CNS Drugs

, Volume 25, Issue 5, pp 371–382 | Cite as

Pharmacotherapy for Smoking Cessation

Current Advances and Research Topics
Review Article


Promoting smoking cessation is among the key medical interventions aimed at reducing worldwide morbidity and mortality in this century. Both behavioural counselling and pharmacotherapy have been shown to significantly increase long-term abstinence rates, and combining the two treatment modalities is recommended. This article provides an update on pharmacotherapy for smoking cessation in the general population.

Current first-line agents used to support quit attempts are nicotine replacement therapy (NRT), bupropion and varenicline. Research suggests that abstinence rates can be increased by combining different forms of NRT or simultaneously administering NRT and non-nicotine medications. New treatments targeting the nicotinic acetylcholine receptor as well as other pathophysiological pathways involved in nicotine addiction are being developed, with nicotine vaccines now being tested in phase III clinical trials.

Among the numerous research topics currently addressed, pharmacogenetics and tailoring therapy to specific groups of smokers look most promising. However, substantial progress is unlikely to be made unless social gradients impeding effective treatment of all smokers are overcome. In addition, public smoking bans and reimbursement of medication costs are crucial in reducing the future burden of disease caused by smoking on a global level.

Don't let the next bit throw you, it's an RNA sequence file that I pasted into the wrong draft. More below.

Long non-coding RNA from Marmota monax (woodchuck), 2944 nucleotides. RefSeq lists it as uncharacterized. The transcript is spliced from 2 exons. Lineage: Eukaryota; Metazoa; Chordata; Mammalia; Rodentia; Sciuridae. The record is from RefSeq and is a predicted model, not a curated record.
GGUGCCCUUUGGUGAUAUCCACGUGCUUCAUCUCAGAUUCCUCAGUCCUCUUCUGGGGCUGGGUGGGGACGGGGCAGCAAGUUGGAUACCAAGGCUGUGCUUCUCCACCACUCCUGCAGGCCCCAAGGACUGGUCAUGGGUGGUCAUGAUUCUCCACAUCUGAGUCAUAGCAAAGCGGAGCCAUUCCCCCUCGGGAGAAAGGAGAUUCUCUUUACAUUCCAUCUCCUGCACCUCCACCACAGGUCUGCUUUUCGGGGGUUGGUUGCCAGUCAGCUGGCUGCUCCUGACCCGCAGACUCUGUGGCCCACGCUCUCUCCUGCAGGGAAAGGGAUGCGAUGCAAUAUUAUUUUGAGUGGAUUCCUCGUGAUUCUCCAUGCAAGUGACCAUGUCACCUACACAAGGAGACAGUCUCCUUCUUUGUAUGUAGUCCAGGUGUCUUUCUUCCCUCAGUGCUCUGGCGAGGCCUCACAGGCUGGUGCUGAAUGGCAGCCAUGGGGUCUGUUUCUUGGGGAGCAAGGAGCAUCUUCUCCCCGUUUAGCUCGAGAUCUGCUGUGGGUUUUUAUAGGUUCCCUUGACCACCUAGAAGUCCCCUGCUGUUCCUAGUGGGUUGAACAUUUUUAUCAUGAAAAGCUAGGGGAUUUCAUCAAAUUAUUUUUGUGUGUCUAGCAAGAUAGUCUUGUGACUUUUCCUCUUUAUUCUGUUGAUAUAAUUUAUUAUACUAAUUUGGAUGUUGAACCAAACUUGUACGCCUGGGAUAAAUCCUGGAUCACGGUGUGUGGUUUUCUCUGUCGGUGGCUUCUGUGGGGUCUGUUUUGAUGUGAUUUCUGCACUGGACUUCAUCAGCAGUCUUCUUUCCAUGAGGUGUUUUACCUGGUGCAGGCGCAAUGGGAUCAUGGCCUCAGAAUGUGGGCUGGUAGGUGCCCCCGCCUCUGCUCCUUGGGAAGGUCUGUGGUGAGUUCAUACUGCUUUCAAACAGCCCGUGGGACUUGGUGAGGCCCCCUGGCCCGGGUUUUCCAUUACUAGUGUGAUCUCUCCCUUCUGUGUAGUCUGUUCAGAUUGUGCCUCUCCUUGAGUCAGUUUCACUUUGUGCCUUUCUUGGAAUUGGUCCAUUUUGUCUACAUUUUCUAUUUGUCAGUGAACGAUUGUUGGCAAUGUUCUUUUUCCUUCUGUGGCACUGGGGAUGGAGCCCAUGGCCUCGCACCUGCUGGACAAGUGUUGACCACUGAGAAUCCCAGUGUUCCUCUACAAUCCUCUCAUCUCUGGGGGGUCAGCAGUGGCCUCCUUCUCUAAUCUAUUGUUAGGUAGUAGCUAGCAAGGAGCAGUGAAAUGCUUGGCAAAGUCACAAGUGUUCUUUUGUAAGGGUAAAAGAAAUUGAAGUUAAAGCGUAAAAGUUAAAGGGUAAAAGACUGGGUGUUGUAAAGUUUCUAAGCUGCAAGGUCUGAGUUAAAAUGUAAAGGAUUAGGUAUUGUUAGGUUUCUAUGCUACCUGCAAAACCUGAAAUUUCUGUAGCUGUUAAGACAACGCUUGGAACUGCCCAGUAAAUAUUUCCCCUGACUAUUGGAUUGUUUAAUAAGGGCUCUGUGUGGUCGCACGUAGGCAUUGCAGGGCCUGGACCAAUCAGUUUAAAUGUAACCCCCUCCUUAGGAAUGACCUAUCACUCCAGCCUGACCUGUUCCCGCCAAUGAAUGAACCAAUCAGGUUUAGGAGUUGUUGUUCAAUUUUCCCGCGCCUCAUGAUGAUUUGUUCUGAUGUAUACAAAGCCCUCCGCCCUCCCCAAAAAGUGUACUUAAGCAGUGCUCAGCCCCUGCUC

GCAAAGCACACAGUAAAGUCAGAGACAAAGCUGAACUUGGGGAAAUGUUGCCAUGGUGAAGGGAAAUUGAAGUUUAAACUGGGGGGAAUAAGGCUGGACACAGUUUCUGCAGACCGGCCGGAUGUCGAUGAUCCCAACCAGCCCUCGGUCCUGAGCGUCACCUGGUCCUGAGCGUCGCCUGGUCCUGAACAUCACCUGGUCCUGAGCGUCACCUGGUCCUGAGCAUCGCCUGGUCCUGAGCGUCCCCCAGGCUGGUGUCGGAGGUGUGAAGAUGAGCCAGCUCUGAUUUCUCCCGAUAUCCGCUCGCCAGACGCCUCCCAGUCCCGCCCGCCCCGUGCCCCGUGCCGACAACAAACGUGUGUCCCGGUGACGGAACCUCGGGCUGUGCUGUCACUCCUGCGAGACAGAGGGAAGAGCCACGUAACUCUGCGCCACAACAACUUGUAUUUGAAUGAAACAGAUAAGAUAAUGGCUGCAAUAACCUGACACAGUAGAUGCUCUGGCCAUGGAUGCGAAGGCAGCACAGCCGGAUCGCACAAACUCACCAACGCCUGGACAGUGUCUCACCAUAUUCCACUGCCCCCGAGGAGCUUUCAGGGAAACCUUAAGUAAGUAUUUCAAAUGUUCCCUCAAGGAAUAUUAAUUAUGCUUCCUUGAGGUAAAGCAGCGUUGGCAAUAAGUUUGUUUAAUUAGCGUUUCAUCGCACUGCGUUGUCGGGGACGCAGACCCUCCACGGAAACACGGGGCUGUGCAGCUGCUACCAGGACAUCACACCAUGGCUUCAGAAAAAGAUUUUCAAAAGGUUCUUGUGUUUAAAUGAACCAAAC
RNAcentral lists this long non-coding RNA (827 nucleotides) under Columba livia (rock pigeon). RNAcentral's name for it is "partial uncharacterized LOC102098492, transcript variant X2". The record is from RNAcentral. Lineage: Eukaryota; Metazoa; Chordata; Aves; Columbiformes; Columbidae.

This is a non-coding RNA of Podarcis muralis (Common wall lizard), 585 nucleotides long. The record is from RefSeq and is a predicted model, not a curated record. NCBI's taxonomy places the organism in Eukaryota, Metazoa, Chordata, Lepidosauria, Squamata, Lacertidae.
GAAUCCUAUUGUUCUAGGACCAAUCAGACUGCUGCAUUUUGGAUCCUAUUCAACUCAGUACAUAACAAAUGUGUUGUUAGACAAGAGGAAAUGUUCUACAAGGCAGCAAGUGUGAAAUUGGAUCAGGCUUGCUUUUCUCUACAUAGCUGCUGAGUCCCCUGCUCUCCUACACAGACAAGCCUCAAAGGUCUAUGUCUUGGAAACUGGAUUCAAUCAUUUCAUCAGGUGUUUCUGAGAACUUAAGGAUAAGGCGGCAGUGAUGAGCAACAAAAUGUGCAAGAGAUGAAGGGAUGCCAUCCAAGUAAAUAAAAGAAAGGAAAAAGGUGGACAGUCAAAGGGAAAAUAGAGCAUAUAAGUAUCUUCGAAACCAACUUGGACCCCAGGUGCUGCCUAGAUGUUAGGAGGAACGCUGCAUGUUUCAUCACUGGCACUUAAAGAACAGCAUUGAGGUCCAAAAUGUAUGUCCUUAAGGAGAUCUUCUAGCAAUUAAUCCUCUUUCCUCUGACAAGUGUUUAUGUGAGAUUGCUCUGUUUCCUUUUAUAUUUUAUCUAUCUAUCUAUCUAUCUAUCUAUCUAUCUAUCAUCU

No sources of funding were received to prepare this review.

T. Raupach has been reimbursed for attendance and lecturing at several Pfizer symposia on smoking cessation from 2006 through 2010, and has received a grant from Pfizer for conducting a trial, as well as honoraria from GlaxoSmithKline, Astra Zeneca and Novartis for presentations. C.P. van Schayck has received funding for research proposals from GlaxoSmithKline and Pfizer, as well as reimbursement for lecturing and being on an advisory board for Pfizer.


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© Adis Data Information BV 2011

Authors and Affiliations

  1. 1.Department of Cardiology and PneumologyUniversity Hospital GöttingenGöttingenGermany
  2. 2.Department of General PracticeCare and Public Health Research Institute (CAPHRI), Maastricht UniversityMaastrichtthe Netherlands

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